Website design was stolen, says US jury

. A US court found the man liable for copyright infringement and in breach of contract in his property business.

ConsulNet Computing told the court in Pennsylvania that Megel David Moore had signed up for a free trial of its property marketing websites under false pretences and copied its business model.

ConsulNet said that Moore claimed to be a Re/Max broker when he signed up to the company's 60-day free trial, even though he had no licence to deal in property.

It said that he went on to copy not only the way the sites looked and operated but the actual computer code behind them. It said that he copied many lines of code in putting together his own sites.

Moore then approached existing ConsulNet customers and marketed his similar services at significantly reduced costs, the suit said. It said that Moore poached 175 of its customers over the course of a number of years, and that his business was almost entirely dependent on ex-ConsulNet customers.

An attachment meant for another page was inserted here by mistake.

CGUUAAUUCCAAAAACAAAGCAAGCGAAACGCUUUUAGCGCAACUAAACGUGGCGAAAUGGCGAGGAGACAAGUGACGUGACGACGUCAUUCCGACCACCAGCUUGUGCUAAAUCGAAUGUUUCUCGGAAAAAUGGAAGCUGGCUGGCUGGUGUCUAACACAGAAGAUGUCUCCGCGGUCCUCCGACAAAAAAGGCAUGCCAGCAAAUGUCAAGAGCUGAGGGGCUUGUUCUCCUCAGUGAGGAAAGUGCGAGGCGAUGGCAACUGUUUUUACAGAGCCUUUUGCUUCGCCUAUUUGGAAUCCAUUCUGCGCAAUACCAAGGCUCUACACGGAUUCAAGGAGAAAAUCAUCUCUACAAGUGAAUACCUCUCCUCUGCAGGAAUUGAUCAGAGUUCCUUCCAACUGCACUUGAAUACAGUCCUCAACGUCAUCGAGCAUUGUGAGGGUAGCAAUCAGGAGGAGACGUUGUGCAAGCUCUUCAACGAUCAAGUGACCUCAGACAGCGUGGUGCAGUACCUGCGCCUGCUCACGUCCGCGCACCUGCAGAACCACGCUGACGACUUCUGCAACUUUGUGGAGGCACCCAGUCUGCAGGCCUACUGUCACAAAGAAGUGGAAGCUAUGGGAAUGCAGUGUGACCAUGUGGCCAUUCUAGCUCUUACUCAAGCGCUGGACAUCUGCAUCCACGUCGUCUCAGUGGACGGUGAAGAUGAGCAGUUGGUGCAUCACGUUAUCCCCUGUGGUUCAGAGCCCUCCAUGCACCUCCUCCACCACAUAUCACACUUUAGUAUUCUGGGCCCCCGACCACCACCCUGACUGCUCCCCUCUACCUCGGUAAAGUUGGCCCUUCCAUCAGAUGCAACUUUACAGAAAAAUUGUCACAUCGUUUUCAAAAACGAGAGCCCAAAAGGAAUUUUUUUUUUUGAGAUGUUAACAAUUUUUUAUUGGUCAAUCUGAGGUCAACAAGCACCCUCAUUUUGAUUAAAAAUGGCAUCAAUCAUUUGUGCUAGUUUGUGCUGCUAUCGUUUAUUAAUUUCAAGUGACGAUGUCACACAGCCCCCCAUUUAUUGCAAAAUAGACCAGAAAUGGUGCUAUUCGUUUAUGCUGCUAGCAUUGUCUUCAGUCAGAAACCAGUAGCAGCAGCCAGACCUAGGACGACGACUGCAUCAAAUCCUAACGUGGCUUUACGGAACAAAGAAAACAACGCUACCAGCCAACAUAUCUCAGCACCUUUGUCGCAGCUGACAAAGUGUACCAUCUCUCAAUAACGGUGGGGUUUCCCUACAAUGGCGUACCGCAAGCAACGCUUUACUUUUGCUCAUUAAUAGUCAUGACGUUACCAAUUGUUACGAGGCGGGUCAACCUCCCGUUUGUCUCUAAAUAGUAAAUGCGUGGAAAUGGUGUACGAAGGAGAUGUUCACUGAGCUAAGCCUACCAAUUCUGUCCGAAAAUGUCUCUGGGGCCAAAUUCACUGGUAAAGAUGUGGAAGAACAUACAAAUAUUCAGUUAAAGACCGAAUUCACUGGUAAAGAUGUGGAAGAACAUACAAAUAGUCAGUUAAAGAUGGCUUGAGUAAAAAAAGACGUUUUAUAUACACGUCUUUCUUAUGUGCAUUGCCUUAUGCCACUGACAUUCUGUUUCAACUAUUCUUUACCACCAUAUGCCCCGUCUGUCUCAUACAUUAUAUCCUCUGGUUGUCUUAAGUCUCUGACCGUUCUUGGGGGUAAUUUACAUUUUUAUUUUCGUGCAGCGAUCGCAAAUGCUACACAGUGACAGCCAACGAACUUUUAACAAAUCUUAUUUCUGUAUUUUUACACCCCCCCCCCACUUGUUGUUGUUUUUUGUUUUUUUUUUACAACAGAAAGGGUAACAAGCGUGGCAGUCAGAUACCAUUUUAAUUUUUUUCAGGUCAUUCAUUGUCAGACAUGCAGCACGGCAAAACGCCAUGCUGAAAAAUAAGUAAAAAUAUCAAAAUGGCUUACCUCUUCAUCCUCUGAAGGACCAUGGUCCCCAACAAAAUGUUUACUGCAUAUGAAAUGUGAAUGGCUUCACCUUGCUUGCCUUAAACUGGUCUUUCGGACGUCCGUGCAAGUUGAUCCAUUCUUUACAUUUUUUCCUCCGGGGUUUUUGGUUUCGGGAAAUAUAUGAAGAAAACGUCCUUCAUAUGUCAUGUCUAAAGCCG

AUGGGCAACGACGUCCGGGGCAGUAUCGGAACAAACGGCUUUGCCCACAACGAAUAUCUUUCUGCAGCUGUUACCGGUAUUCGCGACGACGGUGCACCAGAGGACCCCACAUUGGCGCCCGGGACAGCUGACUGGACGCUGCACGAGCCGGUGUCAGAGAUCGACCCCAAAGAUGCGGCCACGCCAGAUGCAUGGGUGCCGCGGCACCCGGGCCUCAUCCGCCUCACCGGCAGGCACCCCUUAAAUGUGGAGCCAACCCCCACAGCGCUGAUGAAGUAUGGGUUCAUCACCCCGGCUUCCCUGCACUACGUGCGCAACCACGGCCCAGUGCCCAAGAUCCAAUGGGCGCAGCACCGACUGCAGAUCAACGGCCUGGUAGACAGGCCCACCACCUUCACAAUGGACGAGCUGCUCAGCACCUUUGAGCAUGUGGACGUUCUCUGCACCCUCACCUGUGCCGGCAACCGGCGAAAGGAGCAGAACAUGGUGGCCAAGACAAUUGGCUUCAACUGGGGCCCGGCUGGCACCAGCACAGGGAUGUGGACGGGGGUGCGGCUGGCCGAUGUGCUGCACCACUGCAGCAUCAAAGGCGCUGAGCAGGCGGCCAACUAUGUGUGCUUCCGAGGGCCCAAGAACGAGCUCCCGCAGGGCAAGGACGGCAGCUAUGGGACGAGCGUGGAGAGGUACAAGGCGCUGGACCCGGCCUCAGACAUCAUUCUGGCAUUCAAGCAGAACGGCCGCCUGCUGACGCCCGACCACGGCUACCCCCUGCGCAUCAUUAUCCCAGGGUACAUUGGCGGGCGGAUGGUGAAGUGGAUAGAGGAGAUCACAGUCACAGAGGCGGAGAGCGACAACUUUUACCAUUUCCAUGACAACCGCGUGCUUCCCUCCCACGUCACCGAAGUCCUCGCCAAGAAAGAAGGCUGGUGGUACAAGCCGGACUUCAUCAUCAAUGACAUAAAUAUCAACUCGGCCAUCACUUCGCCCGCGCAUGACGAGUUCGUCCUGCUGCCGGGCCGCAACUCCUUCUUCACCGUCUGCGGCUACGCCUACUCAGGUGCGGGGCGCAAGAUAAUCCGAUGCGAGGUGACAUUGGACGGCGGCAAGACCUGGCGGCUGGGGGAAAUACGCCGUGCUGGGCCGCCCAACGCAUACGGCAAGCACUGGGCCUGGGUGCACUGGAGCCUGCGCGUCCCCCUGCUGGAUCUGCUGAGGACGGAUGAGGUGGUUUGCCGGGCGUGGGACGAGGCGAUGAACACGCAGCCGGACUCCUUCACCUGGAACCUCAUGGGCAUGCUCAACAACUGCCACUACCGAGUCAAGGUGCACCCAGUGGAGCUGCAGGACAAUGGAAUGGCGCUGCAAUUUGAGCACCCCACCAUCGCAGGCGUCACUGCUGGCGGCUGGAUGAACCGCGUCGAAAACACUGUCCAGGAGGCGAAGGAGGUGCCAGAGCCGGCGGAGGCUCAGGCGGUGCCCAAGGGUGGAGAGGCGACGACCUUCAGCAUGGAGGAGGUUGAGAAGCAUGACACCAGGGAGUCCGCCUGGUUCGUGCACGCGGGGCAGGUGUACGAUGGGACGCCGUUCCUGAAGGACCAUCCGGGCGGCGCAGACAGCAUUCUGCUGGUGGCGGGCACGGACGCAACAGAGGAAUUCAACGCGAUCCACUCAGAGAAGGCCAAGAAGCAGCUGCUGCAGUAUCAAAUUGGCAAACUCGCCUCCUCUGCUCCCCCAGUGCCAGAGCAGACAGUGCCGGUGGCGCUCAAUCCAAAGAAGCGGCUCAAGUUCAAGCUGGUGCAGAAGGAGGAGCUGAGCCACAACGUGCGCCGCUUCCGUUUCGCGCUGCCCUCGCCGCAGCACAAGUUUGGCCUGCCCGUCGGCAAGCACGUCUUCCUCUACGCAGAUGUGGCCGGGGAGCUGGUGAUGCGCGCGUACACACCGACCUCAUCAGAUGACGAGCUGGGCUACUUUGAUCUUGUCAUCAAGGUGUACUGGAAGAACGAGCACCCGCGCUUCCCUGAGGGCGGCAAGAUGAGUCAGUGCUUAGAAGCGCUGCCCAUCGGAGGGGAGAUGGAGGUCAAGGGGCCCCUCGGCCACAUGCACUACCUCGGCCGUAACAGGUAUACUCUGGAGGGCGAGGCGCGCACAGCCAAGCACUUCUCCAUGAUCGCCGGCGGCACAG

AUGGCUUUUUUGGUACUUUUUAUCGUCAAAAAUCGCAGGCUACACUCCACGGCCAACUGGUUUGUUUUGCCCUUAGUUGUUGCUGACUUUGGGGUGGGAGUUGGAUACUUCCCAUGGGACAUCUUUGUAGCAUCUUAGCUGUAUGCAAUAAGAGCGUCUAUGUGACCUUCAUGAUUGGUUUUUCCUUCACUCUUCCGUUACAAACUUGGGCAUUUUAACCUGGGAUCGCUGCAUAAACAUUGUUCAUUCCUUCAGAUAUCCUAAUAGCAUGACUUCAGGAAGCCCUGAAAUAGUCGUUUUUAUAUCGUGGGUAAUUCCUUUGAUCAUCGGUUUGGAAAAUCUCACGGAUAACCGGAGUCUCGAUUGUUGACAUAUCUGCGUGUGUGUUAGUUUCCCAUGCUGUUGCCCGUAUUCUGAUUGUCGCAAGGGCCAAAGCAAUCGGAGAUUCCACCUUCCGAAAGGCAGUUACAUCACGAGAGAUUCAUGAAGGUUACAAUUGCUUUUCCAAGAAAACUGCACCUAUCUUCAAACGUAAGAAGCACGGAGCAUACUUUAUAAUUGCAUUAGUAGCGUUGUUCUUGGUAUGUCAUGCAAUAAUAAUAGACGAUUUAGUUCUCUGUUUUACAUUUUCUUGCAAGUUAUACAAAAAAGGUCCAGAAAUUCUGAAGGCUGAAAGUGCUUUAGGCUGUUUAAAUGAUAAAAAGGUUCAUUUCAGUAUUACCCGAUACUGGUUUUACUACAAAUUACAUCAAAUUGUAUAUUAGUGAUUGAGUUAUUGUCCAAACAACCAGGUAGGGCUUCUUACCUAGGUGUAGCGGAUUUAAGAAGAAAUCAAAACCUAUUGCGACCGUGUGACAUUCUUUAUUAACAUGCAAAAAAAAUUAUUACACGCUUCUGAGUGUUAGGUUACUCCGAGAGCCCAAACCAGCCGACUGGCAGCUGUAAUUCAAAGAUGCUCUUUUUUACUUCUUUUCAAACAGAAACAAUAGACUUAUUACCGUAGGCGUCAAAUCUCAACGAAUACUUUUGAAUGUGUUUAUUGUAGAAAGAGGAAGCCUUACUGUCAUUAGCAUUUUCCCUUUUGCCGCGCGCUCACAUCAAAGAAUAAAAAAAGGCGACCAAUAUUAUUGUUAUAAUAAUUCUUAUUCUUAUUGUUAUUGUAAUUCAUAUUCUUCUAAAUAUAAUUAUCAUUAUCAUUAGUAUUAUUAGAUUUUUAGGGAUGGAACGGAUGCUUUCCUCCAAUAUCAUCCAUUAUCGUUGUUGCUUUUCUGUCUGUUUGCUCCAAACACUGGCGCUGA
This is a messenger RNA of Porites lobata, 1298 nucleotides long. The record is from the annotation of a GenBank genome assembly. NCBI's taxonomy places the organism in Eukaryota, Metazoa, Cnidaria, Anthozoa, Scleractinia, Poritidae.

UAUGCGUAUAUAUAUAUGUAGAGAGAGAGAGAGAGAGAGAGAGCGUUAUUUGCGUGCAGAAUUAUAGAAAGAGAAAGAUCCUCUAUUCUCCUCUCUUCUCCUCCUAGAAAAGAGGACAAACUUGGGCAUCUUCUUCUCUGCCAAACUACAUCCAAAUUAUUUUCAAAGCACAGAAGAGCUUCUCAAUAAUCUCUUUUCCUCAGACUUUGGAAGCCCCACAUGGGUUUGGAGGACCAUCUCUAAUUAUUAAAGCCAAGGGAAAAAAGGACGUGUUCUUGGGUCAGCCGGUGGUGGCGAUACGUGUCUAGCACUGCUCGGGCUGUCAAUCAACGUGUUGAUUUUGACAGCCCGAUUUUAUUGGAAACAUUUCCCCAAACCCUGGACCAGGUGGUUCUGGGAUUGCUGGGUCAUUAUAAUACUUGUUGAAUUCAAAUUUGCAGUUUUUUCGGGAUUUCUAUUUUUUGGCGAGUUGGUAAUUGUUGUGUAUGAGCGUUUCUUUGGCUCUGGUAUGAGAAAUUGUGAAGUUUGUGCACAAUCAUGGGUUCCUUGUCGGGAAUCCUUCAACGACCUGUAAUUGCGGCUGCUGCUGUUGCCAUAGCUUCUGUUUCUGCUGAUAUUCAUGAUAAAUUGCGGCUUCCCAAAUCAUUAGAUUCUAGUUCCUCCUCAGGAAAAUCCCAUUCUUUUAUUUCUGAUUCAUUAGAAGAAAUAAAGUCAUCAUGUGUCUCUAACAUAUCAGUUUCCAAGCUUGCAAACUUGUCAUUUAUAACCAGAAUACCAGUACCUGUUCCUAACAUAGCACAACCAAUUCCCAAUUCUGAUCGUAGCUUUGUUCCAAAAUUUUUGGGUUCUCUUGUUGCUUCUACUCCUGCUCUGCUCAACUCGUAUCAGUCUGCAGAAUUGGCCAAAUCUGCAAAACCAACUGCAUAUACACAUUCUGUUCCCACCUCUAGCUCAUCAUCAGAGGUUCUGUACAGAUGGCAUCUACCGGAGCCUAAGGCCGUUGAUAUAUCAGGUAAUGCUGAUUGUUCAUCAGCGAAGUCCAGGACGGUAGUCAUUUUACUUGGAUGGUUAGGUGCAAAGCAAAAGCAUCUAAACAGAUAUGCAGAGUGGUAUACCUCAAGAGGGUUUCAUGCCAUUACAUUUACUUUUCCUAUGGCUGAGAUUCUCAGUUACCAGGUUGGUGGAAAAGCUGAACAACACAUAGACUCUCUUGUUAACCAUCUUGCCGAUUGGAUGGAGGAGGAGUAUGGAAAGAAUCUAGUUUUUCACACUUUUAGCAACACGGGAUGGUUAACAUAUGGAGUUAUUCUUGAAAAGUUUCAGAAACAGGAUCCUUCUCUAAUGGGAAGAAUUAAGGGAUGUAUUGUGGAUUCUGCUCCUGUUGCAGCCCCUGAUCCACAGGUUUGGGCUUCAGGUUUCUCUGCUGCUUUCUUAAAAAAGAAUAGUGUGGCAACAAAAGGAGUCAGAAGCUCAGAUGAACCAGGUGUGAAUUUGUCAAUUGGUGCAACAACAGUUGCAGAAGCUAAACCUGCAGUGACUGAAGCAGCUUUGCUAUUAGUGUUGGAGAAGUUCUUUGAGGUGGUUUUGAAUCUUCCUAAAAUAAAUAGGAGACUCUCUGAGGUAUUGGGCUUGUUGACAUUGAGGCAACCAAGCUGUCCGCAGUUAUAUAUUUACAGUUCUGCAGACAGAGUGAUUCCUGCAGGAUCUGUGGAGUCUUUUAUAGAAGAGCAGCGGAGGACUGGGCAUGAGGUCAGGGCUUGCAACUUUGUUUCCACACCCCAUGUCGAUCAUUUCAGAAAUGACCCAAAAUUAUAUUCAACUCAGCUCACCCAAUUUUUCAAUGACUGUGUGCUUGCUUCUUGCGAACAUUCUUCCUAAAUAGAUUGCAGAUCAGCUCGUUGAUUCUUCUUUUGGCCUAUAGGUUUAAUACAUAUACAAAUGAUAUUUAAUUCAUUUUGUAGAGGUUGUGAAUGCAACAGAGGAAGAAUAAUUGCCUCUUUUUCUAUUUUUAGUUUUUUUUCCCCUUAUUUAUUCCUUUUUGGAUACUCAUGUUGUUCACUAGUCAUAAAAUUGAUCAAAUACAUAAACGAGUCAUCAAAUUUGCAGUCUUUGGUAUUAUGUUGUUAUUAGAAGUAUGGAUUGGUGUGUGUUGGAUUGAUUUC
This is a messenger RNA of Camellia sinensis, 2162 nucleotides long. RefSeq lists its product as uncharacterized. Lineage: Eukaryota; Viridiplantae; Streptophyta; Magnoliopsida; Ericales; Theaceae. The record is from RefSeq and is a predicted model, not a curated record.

ConsulNet sells its web designs and lead generation services to property selling companies and said that it had copyrighted its techniques, and that Moore violated these copyrights. It also said that he violated the contract covering his free trial.

Moore said that he had created his sites independently and that none involved the use of other people's copyrighted material. His company traded online as Web Agent Solutions.

A jury in the US District Court for the Eastern District of Pennsylvania found that Moore and his company Dynamic Investment Group infringed copyright on some of the websites, though it also found that he did not infringe copyright on others.

The jury also said not only that he interfered with the contractual relations between ConsulNet and its clients but that the interference was 'outrageous'. This opens the way for punitive damages to be awarded.

The Court will meet shortly to determine damages.